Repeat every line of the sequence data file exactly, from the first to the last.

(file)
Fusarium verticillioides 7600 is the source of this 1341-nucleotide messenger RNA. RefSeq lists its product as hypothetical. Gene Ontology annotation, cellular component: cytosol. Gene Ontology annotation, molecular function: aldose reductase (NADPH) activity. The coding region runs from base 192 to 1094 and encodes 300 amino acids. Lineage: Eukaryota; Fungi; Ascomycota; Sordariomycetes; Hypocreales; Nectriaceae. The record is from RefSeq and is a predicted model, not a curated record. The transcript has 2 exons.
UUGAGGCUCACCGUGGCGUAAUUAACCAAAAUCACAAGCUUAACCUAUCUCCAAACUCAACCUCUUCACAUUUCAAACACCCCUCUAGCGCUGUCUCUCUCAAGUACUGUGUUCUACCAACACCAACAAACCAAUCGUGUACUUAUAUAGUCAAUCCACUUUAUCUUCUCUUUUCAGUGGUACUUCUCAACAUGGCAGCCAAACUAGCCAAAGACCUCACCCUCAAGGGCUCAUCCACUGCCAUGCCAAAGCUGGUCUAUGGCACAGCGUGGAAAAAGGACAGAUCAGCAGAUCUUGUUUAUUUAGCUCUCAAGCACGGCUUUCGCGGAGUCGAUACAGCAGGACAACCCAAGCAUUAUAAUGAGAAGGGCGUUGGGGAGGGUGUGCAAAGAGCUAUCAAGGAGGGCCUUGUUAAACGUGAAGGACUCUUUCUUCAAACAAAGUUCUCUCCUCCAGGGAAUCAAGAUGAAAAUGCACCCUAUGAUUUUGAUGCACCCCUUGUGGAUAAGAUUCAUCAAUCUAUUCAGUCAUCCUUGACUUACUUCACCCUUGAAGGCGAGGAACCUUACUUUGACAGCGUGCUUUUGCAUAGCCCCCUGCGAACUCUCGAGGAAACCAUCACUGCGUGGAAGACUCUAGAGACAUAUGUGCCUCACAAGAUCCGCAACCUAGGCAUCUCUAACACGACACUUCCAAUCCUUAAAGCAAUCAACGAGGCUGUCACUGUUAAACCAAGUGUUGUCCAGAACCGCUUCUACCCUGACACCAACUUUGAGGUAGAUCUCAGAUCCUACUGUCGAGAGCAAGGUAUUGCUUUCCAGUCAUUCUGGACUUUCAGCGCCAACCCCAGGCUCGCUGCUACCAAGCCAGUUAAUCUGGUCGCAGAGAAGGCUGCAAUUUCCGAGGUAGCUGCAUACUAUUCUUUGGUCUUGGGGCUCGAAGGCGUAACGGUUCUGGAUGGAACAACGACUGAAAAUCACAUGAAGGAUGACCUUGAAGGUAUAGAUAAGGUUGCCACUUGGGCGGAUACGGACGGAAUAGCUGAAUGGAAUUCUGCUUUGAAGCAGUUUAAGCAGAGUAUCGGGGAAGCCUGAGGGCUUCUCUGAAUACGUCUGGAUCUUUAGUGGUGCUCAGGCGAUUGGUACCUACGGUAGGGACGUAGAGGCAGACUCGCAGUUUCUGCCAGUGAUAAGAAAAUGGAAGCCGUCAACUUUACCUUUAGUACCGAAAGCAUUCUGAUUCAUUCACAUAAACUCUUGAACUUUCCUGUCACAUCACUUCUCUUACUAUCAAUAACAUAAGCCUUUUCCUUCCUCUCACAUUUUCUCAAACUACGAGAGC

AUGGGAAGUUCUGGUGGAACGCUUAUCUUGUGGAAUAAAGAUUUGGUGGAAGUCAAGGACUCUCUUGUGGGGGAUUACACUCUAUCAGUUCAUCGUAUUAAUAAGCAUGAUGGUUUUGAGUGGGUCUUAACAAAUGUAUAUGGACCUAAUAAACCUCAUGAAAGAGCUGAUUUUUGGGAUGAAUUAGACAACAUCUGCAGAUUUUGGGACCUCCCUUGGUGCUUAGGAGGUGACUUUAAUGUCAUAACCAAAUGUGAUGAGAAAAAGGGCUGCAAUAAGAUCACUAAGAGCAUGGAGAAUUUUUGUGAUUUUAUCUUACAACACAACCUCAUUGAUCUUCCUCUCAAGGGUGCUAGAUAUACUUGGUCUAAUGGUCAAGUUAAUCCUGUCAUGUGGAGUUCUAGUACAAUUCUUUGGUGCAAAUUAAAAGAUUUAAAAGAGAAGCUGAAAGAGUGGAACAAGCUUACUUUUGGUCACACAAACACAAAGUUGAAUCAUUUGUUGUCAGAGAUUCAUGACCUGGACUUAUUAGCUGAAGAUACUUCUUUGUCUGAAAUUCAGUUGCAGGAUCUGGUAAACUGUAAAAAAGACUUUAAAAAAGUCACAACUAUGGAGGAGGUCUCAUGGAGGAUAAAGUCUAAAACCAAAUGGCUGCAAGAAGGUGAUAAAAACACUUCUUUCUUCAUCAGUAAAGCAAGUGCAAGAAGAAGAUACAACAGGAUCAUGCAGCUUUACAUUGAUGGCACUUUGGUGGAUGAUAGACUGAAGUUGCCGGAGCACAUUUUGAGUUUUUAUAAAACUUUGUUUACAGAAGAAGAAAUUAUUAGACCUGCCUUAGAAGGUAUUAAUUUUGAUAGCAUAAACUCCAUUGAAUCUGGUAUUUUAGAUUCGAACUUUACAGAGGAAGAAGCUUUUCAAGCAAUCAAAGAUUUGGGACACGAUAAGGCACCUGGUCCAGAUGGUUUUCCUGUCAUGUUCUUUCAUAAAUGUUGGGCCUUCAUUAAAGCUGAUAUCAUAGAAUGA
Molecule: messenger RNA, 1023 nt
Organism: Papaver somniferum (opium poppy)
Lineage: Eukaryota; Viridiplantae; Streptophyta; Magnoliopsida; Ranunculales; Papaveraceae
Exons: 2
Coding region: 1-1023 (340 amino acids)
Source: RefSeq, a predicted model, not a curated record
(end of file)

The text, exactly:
Fusarium verticillioides 7600 is the source of this 1341-nucleotide messenger RNA. RefSeq lists its product as hypothetical. Gene Ontology annotation, cellular component: cytosol. Gene Ontology annotation, molecular function: aldose reductase (NADPH) activity. The coding region runs from base 192 to 1094 and encodes 300 amino acids. Lineage: Eukaryota; Fungi; Ascomycota; Sordariomycetes; Hypocreales; Nectriaceae. The record is from RefSeq and is a predicted model, not a curated record. The transcript has 2 exons.
UUGAGGCUCACCGUGGCGUAAUUAACCAAAAUCACAAGCUUAACCUAUCUCCAAACUCAACCUCUUCACAUUUCAAACACCCCUCUAGCGCUGUCUCUCUCAAGUACUGUGUUCUACCAACACCAACAAACCAAUCGUGUACUUAUAUAGUCAAUCCACUUUAUCUUCUCUUUUCAGUGGUACUUCUCAACAUGGCAGCCAAACUAGCCAAAGACCUCACCCUCAAGGGCUCAUCCACUGCCAUGCCAAAGCUGGUCUAUGGCACAGCGUGGAAAAAGGACAGAUCAGCAGAUCUUGUUUAUUUAGCUCUCAAGCACGGCUUUCGCGGAGUCGAUACAGCAGGACAACCCAAGCAUUAUAAUGAGAAGGGCGUUGGGGAGGGUGUGCAAAGAGCUAUCAAGGAGGGCCUUGUUAAACGUGAAGGACUCUUUCUUCAAACAAAGUUCUCUCCUCCAGGGAAUCAAGAUGAAAAUGCACCCUAUGAUUUUGAUGCACCCCUUGUGGAUAAGAUUCAUCAAUCUAUUCAGUCAUCCUUGACUUACUUCACCCUUGAAGGCGAGGAACCUUACUUUGACAGCGUGCUUUUGCAUAGCCCCCUGCGAACUCUCGAGGAAACCAUCACUGCGUGGAAGACUCUAGAGACAUAUGUGCCUCACAAGAUCCGCAACCUAGGCAUCUCUAACACGACACUUCCAAUCCUUAAAGCAAUCAACGAGGCUGUCACUGUUAAACCAAGUGUUGUCCAGAACCGCUUCUACCCUGACACCAACUUUGAGGUAGAUCUCAGAUCCUACUGUCGAGAGCAAGGUAUUGCUUUCCAGUCAUUCUGGACUUUCAGCGCCAACCCCAGGCUCGCUGCUACCAAGCCAGUUAAUCUGGUCGCAGAGAAGGCUGCAAUUUCCGAGGUAGCUGCAUACUAUUCUUUGGUCUUGGGGCUCGAAGGCGUAACGGUUCUGGAUGGAACAACGACUGAAAAUCACAUGAAGGAUGACCUUGAAGGUAUAGAUAAGGUUGCCACUUGGGCGGAUACGGACGGAAUAGCUGAAUGGAAUUCUGCUUUGAAGCAGUUUAAGCAGAGUAUCGGGGAAGCCUGAGGGCUUCUCUGAAUACGUCUGGAUCUUUAGUGGUGCUCAGGCGAUUGGUACCUACGGUAGGGACGUAGAGGCAGACUCGCAGUUUCUGCCAGUGAUAAGAAAAUGGAAGCCGUCAACUUUACCUUUAGUACCGAAAGCAUUCUGAUUCAUUCACAUAAACUCUUGAACUUUCCUGUCACAUCACUUCUCUUACUAUCAAUAACAUAAGCCUUUUCCUUCCUCUCACAUUUUCUCAAACUACGAGAGC

AUGGGAAGUUCUGGUGGAACGCUUAUCUUGUGGAAUAAAGAUUUGGUGGAAGUCAAGGACUCUCUUGUGGGGGAUUACACUCUAUCAGUUCAUCGUAUUAAUAAGCAUGAUGGUUUUGAGUGGGUCUUAACAAAUGUAUAUGGACCUAAUAAACCUCAUGAAAGAGCUGAUUUUUGGGAUGAAUUAGACAACAUCUGCAGAUUUUGGGACCUCCCUUGGUGCUUAGGAGGUGACUUUAAUGUCAUAACCAAAUGUGAUGAGAAAAAGGGCUGCAAUAAGAUCACUAAGAGCAUGGAGAAUUUUUGUGAUUUUAUCUUACAACACAACCUCAUUGAUCUUCCUCUCAAGGGUGCUAGAUAUACUUGGUCUAAUGGUCAAGUUAAUCCUGUCAUGUGGAGUUCUAGUACAAUUCUUUGGUGCAAAUUAAAAGAUUUAAAAGAGAAGCUGAAAGAGUGGAACAAGCUUACUUUUGGUCACACAAACACAAAGUUGAAUCAUUUGUUGUCAGAGAUUCAUGACCUGGACUUAUUAGCUGAAGAUACUUCUUUGUCUGAAAUUCAGUUGCAGGAUCUGGUAAACUGUAAAAAAGACUUUAAAAAAGUCACAACUAUGGAGGAGGUCUCAUGGAGGAUAAAGUCUAAAACCAAAUGGCUGCAAGAAGGUGAUAAAAACACUUCUUUCUUCAUCAGUAAAGCAAGUGCAAGAAGAAGAUACAACAGGAUCAUGCAGCUUUACAUUGAUGGCACUUUGGUGGAUGAUAGACUGAAGUUGCCGGAGCACAUUUUGAGUUUUUAUAAAACUUUGUUUACAGAAGAAGAAAUUAUUAGACCUGCCUUAGAAGGUAUUAAUUUUGAUAGCAUAAACUCCAUUGAAUCUGGUAUUUUAGAUUCGAACUUUACAGAGGAAGAAGCUUUUCAAGCAAUCAAAGAUUUGGGACACGAUAAGGCACCUGGUCCAGAUGGUUUUCCUGUCAUGUUCUUUCAUAAAUGUUGGGCCUUCAUUAAAGCUGAUAUCAUAGAAUGA
Molecule: messenger RNA, 1023 nt
Organism: Papaver somniferum (opium poppy)
Lineage: Eukaryota; Viridiplantae; Streptophyta; Magnoliopsida; Ranunculales; Papaveraceae
Exons: 2
Coding region: 1-1023 (340 amino acids)
Source: RefSeq, a predicted model, not a curated record